Factors influencing lodging rates
Historically, we have worked with federal agencies, travelers, and the travel industry to improve the process of establishing federal lodging per diem rates. Since fiscal year 2005, lodging per diem rates have been based on average daily rate (ADR) data, less five (5) percent. ADR is a widely accepted lodging industry measure based upon a property's room rental revenue divided by the number of rooms rented as reported by the hotel property to the contractor. The purpose of this page is to discuss three factors that influence the ADR that may result in federal lodging per diem rates that differ from published market rates. These three factors are:
- Property Selection Criteria
- Time Frame of Data
It is important to note that each factor's impact varies by market. A detailed description of each factor follows:
A. Property selection criteria
Part of our per diem methodology for determining market rates involves collecting average daily rate (ADR) data from specific properties that meet the GSA criteria.
Our criteria includes geography (i.e., ZIP codes to which federal employees travel), fire-safe certification, and various property demographics. STR ranks properties into luxury, upper upscale, upscale, mid-scale, and economy categories. The goal of the selection criteria is to choose properties best representing mid-range hotels in each market.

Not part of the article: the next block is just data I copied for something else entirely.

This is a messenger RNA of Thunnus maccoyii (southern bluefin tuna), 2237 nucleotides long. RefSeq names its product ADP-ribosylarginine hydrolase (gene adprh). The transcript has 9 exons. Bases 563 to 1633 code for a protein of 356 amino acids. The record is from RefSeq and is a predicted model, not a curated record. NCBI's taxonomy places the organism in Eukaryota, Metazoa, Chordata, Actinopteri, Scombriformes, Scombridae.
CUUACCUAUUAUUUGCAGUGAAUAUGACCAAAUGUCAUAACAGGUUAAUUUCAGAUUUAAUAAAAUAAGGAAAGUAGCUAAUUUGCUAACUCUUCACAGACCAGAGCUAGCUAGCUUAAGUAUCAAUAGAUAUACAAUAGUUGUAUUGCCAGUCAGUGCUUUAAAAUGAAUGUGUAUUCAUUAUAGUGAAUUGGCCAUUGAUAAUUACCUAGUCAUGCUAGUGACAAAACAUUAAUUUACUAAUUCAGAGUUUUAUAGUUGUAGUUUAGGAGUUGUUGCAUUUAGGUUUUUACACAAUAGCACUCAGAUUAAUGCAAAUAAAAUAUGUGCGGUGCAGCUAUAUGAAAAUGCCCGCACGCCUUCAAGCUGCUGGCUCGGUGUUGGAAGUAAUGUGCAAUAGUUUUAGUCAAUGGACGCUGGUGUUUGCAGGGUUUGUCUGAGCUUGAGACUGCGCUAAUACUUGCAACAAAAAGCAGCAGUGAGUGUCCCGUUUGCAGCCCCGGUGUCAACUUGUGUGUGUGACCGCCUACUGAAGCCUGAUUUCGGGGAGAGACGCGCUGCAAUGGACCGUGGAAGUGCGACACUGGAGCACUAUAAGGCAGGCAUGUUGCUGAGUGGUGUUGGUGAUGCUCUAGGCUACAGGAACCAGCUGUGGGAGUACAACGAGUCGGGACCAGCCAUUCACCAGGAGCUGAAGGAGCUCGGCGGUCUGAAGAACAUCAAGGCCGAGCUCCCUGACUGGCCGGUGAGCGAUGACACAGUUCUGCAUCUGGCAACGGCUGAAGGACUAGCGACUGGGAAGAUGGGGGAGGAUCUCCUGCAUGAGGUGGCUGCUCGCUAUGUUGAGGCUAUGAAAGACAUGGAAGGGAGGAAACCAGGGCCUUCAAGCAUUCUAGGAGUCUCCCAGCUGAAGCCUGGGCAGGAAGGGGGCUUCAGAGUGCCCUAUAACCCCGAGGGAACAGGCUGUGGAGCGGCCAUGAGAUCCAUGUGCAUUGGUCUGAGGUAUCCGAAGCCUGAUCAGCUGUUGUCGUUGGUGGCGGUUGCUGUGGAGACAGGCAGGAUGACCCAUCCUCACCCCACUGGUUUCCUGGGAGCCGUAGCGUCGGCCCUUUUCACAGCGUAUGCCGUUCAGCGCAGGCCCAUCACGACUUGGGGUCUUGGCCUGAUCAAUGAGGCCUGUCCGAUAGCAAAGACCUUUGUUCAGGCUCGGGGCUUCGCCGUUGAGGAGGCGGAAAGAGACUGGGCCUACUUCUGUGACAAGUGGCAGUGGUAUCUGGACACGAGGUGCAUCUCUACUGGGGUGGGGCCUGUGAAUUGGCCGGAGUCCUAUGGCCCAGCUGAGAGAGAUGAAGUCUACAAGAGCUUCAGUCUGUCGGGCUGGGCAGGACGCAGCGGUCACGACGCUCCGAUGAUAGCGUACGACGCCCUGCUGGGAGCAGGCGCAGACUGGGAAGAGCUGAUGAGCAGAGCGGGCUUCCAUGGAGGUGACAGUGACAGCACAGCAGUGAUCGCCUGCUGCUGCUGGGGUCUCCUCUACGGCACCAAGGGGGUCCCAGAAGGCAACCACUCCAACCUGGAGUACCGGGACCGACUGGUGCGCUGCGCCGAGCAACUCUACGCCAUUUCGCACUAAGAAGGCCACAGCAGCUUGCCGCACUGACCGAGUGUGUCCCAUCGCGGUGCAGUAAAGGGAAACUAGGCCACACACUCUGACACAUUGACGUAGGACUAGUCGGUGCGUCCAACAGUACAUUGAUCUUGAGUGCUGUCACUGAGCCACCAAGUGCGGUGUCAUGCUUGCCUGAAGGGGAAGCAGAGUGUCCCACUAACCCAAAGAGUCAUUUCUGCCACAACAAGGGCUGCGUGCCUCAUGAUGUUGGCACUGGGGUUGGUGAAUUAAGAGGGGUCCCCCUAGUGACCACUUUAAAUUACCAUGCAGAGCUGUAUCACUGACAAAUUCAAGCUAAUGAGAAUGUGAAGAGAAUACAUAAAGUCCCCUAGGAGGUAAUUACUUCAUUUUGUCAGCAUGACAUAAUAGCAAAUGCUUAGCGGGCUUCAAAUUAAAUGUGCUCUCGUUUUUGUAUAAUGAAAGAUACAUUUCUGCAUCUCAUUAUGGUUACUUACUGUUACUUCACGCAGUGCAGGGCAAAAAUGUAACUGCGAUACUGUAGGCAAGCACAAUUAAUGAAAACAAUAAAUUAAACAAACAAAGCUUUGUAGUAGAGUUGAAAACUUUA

B. Time frame of data
Typically, we use ADR data from the trailing April-March.
To better represent seasonal rate fluctuations, we have created seasonal rate periods in many markets where there is a sustained period (two or more months in length) where rates (ADR) are different from the preceding or following period by at least 15%. If there is an ADR difference between 10 and 14% of a sustained period and the occupancy rate level for this same period is 70% or more, this period also becomes a season. Once a season has been defined, the ADR for all seasons is computed using the current lodging data ending in March. We use the same properties for rates and seasonal determination; however, three years’ worth of data is used to determine seasons. The graph below shows an area with two seasons: